The second attraction when following the route clockwise is Geysir Geothermal Area, another spectacular sight where you can witness the country’s volcanic activity right before your eyes. The Haukadalur Valley as a whole contains many geothermal landmarks such as chimneys and vents. The Geysir Geothermal Area has two of the most dramatic ones: Great Geysir and Strokkur Geysir.
Great Geysir might be the most famous geyser on the continent and was the first one recorded in European literature. It is dormant now, but its neighbor, the Strokkur Geysir, performs spectacular eruptions about every 10 minutes, so visitors are almost guaranteed to get a great photo. A geyser with such regular activity is extremely rare.
The last stop along the route is by no means any less scenic than its earlier counterparts. Gullfoss Waterfall is only a few minutes away from the Geysir Geothermal Area and is one of the country’s most spectacular waterfalls. Water plunges dramatically over two drops totaling about 32 meters. During the summer, there is a walkway that allows you to walk right up to the edge of the waterfall.
Gullfoss as we know it almost did not exist today. Last century, foreign investors wanted to dam the waterfall and use it for hydroelectricity. Luckily, the local landowner’s daughter, Sigridur Tómasdóttir, led a campaign to preserve the waterfalls.
Besides the three main attractions, there are countless other beautiful sights just a short drive away from the main route. If you are looking for more natural wonders, you should stop at the Kerid crater. The crater is a spectacular oval with a cerulean lake at the bottom. You could also stop by one of the many waterfalls near the route.
If you are tired of driving, there are many places near the main route to stop and refresh yourself or even stay overnight. One of the most popular destinations is the Fontana Geothermal Baths. In this spa, you can enjoy traditional saunas and bask in the warm waters.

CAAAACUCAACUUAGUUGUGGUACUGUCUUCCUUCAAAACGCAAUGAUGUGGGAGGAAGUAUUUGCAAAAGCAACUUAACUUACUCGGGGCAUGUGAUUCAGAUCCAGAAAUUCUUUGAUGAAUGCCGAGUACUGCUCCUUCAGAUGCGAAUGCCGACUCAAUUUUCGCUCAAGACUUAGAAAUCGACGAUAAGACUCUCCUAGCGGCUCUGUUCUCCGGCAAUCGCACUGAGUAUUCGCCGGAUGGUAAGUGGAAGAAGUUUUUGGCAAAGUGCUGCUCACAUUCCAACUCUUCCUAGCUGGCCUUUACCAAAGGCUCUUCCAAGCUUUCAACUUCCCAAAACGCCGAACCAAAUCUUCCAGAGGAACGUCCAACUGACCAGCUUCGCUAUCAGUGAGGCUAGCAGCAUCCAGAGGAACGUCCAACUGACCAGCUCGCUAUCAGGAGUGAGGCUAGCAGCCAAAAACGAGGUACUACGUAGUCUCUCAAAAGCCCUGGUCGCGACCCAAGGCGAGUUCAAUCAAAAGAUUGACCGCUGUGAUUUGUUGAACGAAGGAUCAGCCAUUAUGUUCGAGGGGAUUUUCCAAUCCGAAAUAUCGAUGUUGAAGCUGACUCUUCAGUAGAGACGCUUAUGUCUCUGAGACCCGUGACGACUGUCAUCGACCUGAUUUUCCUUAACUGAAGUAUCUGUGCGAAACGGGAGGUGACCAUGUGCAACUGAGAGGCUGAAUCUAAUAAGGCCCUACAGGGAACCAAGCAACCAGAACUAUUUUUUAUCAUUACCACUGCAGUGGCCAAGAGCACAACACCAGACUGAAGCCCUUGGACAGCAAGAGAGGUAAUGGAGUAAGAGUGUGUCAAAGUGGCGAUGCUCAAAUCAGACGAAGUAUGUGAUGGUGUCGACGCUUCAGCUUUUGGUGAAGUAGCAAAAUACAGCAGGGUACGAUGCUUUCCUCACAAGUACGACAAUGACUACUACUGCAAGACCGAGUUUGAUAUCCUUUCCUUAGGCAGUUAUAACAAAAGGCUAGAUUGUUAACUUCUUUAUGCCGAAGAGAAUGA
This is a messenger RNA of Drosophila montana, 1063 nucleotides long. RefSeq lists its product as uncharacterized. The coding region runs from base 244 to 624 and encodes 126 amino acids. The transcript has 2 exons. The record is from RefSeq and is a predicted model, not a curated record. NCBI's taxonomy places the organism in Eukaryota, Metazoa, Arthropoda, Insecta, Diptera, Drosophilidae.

The many picturesque towns along the route offer plenty of photo opportunities and a place to stop when you get hungry. You can snack on traditional Icelandic skyr or lunch on local produce at the famous Fridheimar farm. Besides typicalIcelandic fare, there are more international restaurants catering to visitors.
How to See the Golden Circle
Many tourists choose to see Iceland’s most scenic route by taking a guided bus tour. Guided bus tours are convenient, but there is no better way to see the sights than by driving yourself.
Driving in Iceland is one of the best ways to see the country. You have the freedom to stop whenever you want, linger at the sites however long you want, and even take breaks for meals, baths, and camping. Driving in Iceland is also quite easy. There are many opportunities to rent a car and see the sites at your own pace.
If you are visiting Iceland, you must see the Golden Circle for a glimpse of the country’s most stunning sights and an insight into its rich history. To experience this route fully, rent a car and drive at your own pace.